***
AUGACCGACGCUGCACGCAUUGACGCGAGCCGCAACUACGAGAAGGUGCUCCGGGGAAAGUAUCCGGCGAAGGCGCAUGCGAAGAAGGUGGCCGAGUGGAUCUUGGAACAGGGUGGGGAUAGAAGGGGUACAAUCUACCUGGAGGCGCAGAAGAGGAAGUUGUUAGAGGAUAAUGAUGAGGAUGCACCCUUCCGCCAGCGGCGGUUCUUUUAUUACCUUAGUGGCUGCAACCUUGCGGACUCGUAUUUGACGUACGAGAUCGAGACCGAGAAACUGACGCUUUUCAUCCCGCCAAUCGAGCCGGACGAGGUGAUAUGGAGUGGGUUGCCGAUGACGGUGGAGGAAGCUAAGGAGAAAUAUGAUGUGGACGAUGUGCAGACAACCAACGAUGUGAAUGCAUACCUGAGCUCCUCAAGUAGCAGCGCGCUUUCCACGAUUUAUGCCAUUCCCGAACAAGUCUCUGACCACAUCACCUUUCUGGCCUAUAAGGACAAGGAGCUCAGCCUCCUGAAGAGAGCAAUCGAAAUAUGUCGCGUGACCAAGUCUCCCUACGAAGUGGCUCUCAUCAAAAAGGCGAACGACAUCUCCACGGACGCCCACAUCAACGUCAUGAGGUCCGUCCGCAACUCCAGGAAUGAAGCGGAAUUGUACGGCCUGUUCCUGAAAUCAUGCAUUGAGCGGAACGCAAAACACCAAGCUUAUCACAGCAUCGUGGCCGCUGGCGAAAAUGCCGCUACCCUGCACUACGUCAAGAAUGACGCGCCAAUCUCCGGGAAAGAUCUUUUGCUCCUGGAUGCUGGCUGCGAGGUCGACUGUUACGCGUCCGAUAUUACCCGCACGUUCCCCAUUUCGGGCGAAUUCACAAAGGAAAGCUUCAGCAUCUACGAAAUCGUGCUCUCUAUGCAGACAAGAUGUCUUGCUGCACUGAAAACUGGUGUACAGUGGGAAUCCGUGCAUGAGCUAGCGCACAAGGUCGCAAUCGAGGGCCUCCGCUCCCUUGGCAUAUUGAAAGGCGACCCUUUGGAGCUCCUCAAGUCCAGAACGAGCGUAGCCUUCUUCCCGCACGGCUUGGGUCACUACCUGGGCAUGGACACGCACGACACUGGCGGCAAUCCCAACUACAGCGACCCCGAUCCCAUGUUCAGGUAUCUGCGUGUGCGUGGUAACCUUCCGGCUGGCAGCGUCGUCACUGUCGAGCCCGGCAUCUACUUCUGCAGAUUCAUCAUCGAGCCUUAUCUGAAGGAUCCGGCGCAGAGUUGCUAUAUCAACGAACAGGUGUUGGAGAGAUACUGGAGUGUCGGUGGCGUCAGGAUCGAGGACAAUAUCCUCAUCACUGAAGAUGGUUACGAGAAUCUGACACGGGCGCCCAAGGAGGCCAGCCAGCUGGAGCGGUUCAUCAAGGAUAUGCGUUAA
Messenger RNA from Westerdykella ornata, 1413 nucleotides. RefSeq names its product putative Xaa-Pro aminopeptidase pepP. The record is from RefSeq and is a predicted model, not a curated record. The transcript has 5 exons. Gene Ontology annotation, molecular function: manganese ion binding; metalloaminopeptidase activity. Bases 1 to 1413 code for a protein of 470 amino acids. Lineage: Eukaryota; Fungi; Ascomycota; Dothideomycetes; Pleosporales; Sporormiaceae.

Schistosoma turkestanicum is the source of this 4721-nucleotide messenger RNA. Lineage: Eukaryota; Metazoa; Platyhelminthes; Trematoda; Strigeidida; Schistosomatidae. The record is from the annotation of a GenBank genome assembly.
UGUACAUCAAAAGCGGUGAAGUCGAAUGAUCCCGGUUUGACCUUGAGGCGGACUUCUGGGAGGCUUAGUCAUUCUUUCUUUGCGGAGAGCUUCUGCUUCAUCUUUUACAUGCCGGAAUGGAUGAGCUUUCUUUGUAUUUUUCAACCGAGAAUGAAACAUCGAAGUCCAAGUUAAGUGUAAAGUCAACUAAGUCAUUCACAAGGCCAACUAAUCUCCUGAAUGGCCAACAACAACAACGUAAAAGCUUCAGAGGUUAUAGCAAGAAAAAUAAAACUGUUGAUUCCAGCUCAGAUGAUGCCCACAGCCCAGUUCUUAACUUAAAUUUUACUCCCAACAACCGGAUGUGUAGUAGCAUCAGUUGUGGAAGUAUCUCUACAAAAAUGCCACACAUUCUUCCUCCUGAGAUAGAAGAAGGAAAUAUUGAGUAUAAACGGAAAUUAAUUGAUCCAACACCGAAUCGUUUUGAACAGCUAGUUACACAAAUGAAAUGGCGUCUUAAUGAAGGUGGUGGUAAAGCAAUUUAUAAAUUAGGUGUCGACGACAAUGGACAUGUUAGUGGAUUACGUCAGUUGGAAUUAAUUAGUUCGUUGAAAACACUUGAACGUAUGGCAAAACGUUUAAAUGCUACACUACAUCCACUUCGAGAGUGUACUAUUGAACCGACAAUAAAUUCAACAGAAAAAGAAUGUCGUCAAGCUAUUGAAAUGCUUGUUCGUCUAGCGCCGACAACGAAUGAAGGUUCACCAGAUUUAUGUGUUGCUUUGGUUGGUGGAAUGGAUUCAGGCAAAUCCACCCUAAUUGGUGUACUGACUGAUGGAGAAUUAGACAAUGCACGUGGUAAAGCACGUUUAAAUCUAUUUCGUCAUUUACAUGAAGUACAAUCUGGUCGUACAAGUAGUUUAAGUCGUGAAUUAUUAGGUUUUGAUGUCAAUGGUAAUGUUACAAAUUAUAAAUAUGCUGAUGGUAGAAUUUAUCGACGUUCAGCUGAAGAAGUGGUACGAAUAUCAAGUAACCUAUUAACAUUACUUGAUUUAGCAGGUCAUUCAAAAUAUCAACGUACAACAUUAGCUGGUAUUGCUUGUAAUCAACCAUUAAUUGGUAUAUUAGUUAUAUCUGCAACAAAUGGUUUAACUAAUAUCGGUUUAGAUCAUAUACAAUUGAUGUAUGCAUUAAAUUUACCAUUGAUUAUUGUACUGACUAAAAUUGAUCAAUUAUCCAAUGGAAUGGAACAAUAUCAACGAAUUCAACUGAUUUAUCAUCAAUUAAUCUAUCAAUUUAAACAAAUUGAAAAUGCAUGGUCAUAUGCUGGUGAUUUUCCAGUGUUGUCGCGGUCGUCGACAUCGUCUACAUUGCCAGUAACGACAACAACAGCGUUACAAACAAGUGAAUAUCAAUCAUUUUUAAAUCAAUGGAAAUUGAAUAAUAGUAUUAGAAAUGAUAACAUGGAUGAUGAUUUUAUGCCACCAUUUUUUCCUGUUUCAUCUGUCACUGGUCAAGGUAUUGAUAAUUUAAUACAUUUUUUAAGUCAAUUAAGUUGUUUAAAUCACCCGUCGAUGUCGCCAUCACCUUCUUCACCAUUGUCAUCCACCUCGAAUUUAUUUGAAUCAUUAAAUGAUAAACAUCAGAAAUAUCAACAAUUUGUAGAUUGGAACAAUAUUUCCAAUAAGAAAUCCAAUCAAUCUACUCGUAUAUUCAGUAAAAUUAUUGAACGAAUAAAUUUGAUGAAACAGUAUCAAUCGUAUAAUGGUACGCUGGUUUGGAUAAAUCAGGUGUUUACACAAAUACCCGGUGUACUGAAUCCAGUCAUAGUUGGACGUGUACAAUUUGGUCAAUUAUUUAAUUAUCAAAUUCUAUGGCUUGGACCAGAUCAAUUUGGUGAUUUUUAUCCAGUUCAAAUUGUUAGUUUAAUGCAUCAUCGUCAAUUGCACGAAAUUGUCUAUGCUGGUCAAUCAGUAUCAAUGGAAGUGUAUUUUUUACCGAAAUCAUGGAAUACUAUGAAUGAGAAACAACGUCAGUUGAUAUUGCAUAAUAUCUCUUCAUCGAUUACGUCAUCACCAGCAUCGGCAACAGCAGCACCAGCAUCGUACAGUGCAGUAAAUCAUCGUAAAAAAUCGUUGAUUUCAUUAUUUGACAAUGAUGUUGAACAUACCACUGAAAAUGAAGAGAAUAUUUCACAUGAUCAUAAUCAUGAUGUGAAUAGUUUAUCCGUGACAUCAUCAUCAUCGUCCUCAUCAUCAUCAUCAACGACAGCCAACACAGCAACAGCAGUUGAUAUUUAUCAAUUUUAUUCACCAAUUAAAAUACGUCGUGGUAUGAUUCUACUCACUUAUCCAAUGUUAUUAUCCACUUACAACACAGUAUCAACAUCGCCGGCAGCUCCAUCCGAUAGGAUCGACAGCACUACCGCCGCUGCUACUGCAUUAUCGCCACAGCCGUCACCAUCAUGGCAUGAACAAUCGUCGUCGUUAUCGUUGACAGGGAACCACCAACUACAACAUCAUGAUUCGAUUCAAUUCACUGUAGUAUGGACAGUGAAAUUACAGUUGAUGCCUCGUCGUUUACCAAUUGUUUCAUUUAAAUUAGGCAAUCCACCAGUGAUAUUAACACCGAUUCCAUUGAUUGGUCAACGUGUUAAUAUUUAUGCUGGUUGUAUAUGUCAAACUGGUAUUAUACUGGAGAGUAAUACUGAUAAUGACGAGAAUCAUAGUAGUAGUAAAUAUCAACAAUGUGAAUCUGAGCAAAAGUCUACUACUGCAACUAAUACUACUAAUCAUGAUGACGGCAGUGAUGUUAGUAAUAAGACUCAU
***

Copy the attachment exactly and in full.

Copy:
AUGACCGACGCUGCACGCAUUGACGCGAGCCGCAACUACGAGAAGGUGCUCCGGGGAAAGUAUCCGGCGAAGGCGCAUGCGAAGAAGGUGGCCGAGUGGAUCUUGGAACAGGGUGGGGAUAGAAGGGGUACAAUCUACCUGGAGGCGCAGAAGAGGAAGUUGUUAGAGGAUAAUGAUGAGGAUGCACCCUUCCGCCAGCGGCGGUUCUUUUAUUACCUUAGUGGCUGCAACCUUGCGGACUCGUAUUUGACGUACGAGAUCGAGACCGAGAAACUGACGCUUUUCAUCCCGCCAAUCGAGCCGGACGAGGUGAUAUGGAGUGGGUUGCCGAUGACGGUGGAGGAAGCUAAGGAGAAAUAUGAUGUGGACGAUGUGCAGACAACCAACGAUGUGAAUGCAUACCUGAGCUCCUCAAGUAGCAGCGCGCUUUCCACGAUUUAUGCCAUUCCCGAACAAGUCUCUGACCACAUCACCUUUCUGGCCUAUAAGGACAAGGAGCUCAGCCUCCUGAAGAGAGCAAUCGAAAUAUGUCGCGUGACCAAGUCUCCCUACGAAGUGGCUCUCAUCAAAAAGGCGAACGACAUCUCCACGGACGCCCACAUCAACGUCAUGAGGUCCGUCCGCAACUCCAGGAAUGAAGCGGAAUUGUACGGCCUGUUCCUGAAAUCAUGCAUUGAGCGGAACGCAAAACACCAAGCUUAUCACAGCAUCGUGGCCGCUGGCGAAAAUGCCGCUACCCUGCACUACGUCAAGAAUGACGCGCCAAUCUCCGGGAAAGAUCUUUUGCUCCUGGAUGCUGGCUGCGAGGUCGACUGUUACGCGUCCGAUAUUACCCGCACGUUCCCCAUUUCGGGCGAAUUCACAAAGGAAAGCUUCAGCAUCUACGAAAUCGUGCUCUCUAUGCAGACAAGAUGUCUUGCUGCACUGAAAACUGGUGUACAGUGGGAAUCCGUGCAUGAGCUAGCGCACAAGGUCGCAAUCGAGGGCCUCCGCUCCCUUGGCAUAUUGAAAGGCGACCCUUUGGAGCUCCUCAAGUCCAGAACGAGCGUAGCCUUCUUCCCGCACGGCUUGGGUCACUACCUGGGCAUGGACACGCACGACACUGGCGGCAAUCCCAACUACAGCGACCCCGAUCCCAUGUUCAGGUAUCUGCGUGUGCGUGGUAACCUUCCGGCUGGCAGCGUCGUCACUGUCGAGCCCGGCAUCUACUUCUGCAGAUUCAUCAUCGAGCCUUAUCUGAAGGAUCCGGCGCAGAGUUGCUAUAUCAACGAACAGGUGUUGGAGAGAUACUGGAGUGUCGGUGGCGUCAGGAUCGAGGACAAUAUCCUCAUCACUGAAGAUGGUUACGAGAAUCUGACACGGGCGCCCAAGGAGGCCAGCCAGCUGGAGCGGUUCAUCAAGGAUAUGCGUUAA
Messenger RNA from Westerdykella ornata, 1413 nucleotides. RefSeq names its product putative Xaa-Pro aminopeptidase pepP. The record is from RefSeq and is a predicted model, not a curated record. The transcript has 5 exons. Gene Ontology annotation, molecular function: manganese ion binding; metalloaminopeptidase activity. Bases 1 to 1413 code for a protein of 470 amino acids. Lineage: Eukaryota; Fungi; Ascomycota; Dothideomycetes; Pleosporales; Sporormiaceae.

Schistosoma turkestanicum is the source of this 4721-nucleotide messenger RNA. Lineage: Eukaryota; Metazoa; Platyhelminthes; Trematoda; Strigeidida; Schistosomatidae. The record is from the annotation of a GenBank genome assembly.
UGUACAUCAAAAGCGGUGAAGUCGAAUGAUCCCGGUUUGACCUUGAGGCGGACUUCUGGGAGGCUUAGUCAUUCUUUCUUUGCGGAGAGCUUCUGCUUCAUCUUUUACAUGCCGGAAUGGAUGAGCUUUCUUUGUAUUUUUCAACCGAGAAUGAAACAUCGAAGUCCAAGUUAAGUGUAAAGUCAACUAAGUCAUUCACAAGGCCAACUAAUCUCCUGAAUGGCCAACAACAACAACGUAAAAGCUUCAGAGGUUAUAGCAAGAAAAAUAAAACUGUUGAUUCCAGCUCAGAUGAUGCCCACAGCCCAGUUCUUAACUUAAAUUUUACUCCCAACAACCGGAUGUGUAGUAGCAUCAGUUGUGGAAGUAUCUCUACAAAAAUGCCACACAUUCUUCCUCCUGAGAUAGAAGAAGGAAAUAUUGAGUAUAAACGGAAAUUAAUUGAUCCAACACCGAAUCGUUUUGAACAGCUAGUUACACAAAUGAAAUGGCGUCUUAAUGAAGGUGGUGGUAAAGCAAUUUAUAAAUUAGGUGUCGACGACAAUGGACAUGUUAGUGGAUUACGUCAGUUGGAAUUAAUUAGUUCGUUGAAAACACUUGAACGUAUGGCAAAACGUUUAAAUGCUACACUACAUCCACUUCGAGAGUGUACUAUUGAACCGACAAUAAAUUCAACAGAAAAAGAAUGUCGUCAAGCUAUUGAAAUGCUUGUUCGUCUAGCGCCGACAACGAAUGAAGGUUCACCAGAUUUAUGUGUUGCUUUGGUUGGUGGAAUGGAUUCAGGCAAAUCCACCCUAAUUGGUGUACUGACUGAUGGAGAAUUAGACAAUGCACGUGGUAAAGCACGUUUAAAUCUAUUUCGUCAUUUACAUGAAGUACAAUCUGGUCGUACAAGUAGUUUAAGUCGUGAAUUAUUAGGUUUUGAUGUCAAUGGUAAUGUUACAAAUUAUAAAUAUGCUGAUGGUAGAAUUUAUCGACGUUCAGCUGAAGAAGUGGUACGAAUAUCAAGUAACCUAUUAACAUUACUUGAUUUAGCAGGUCAUUCAAAAUAUCAACGUACAACAUUAGCUGGUAUUGCUUGUAAUCAACCAUUAAUUGGUAUAUUAGUUAUAUCUGCAACAAAUGGUUUAACUAAUAUCGGUUUAGAUCAUAUACAAUUGAUGUAUGCAUUAAAUUUACCAUUGAUUAUUGUACUGACUAAAAUUGAUCAAUUAUCCAAUGGAAUGGAACAAUAUCAACGAAUUCAACUGAUUUAUCAUCAAUUAAUCUAUCAAUUUAAACAAAUUGAAAAUGCAUGGUCAUAUGCUGGUGAUUUUCCAGUGUUGUCGCGGUCGUCGACAUCGUCUACAUUGCCAGUAACGACAACAACAGCGUUACAAACAAGUGAAUAUCAAUCAUUUUUAAAUCAAUGGAAAUUGAAUAAUAGUAUUAGAAAUGAUAACAUGGAUGAUGAUUUUAUGCCACCAUUUUUUCCUGUUUCAUCUGUCACUGGUCAAGGUAUUGAUAAUUUAAUACAUUUUUUAAGUCAAUUAAGUUGUUUAAAUCACCCGUCGAUGUCGCCAUCACCUUCUUCACCAUUGUCAUCCACCUCGAAUUUAUUUGAAUCAUUAAAUGAUAAACAUCAGAAAUAUCAACAAUUUGUAGAUUGGAACAAUAUUUCCAAUAAGAAAUCCAAUCAAUCUACUCGUAUAUUCAGUAAAAUUAUUGAACGAAUAAAUUUGAUGAAACAGUAUCAAUCGUAUAAUGGUACGCUGGUUUGGAUAAAUCAGGUGUUUACACAAAUACCCGGUGUACUGAAUCCAGUCAUAGUUGGACGUGUACAAUUUGGUCAAUUAUUUAAUUAUCAAAUUCUAUGGCUUGGACCAGAUCAAUUUGGUGAUUUUUAUCCAGUUCAAAUUGUUAGUUUAAUGCAUCAUCGUCAAUUGCACGAAAUUGUCUAUGCUGGUCAAUCAGUAUCAAUGGAAGUGUAUUUUUUACCGAAAUCAUGGAAUACUAUGAAUGAGAAACAACGUCAGUUGAUAUUGCAUAAUAUCUCUUCAUCGAUUACGUCAUCACCAGCAUCGGCAACAGCAGCACCAGCAUCGUACAGUGCAGUAAAUCAUCGUAAAAAAUCGUUGAUUUCAUUAUUUGACAAUGAUGUUGAACAUACCACUGAAAAUGAAGAGAAUAUUUCACAUGAUCAUAAUCAUGAUGUGAAUAGUUUAUCCGUGACAUCAUCAUCAUCGUCCUCAUCAUCAUCAUCAACGACAGCCAACACAGCAACAGCAGUUGAUAUUUAUCAAUUUUAUUCACCAAUUAAAAUACGUCGUGGUAUGAUUCUACUCACUUAUCCAAUGUUAUUAUCCACUUACAACACAGUAUCAACAUCGCCGGCAGCUCCAUCCGAUAGGAUCGACAGCACUACCGCCGCUGCUACUGCAUUAUCGCCACAGCCGUCACCAUCAUGGCAUGAACAAUCGUCGUCGUUAUCGUUGACAGGGAACCACCAACUACAACAUCAUGAUUCGAUUCAAUUCACUGUAGUAUGGACAGUGAAAUUACAGUUGAUGCCUCGUCGUUUACCAAUUGUUUCAUUUAAAUUAGGCAAUCCACCAGUGAUAUUAACACCGAUUCCAUUGAUUGGUCAACGUGUUAAUAUUUAUGCUGGUUGUAUAUGUCAAACUGGUAUUAUACUGGAGAGUAAUACUGAUAAUGACGAGAAUCAUAGUAGUAGUAAAUAUCAACAAUGUGAAUCUGAGCAAAAGUCUACUACUGCAACUAAUACUACUAAUCAUGAUGACGGCAGUGAUGUUAGUAAUAAGACUCAU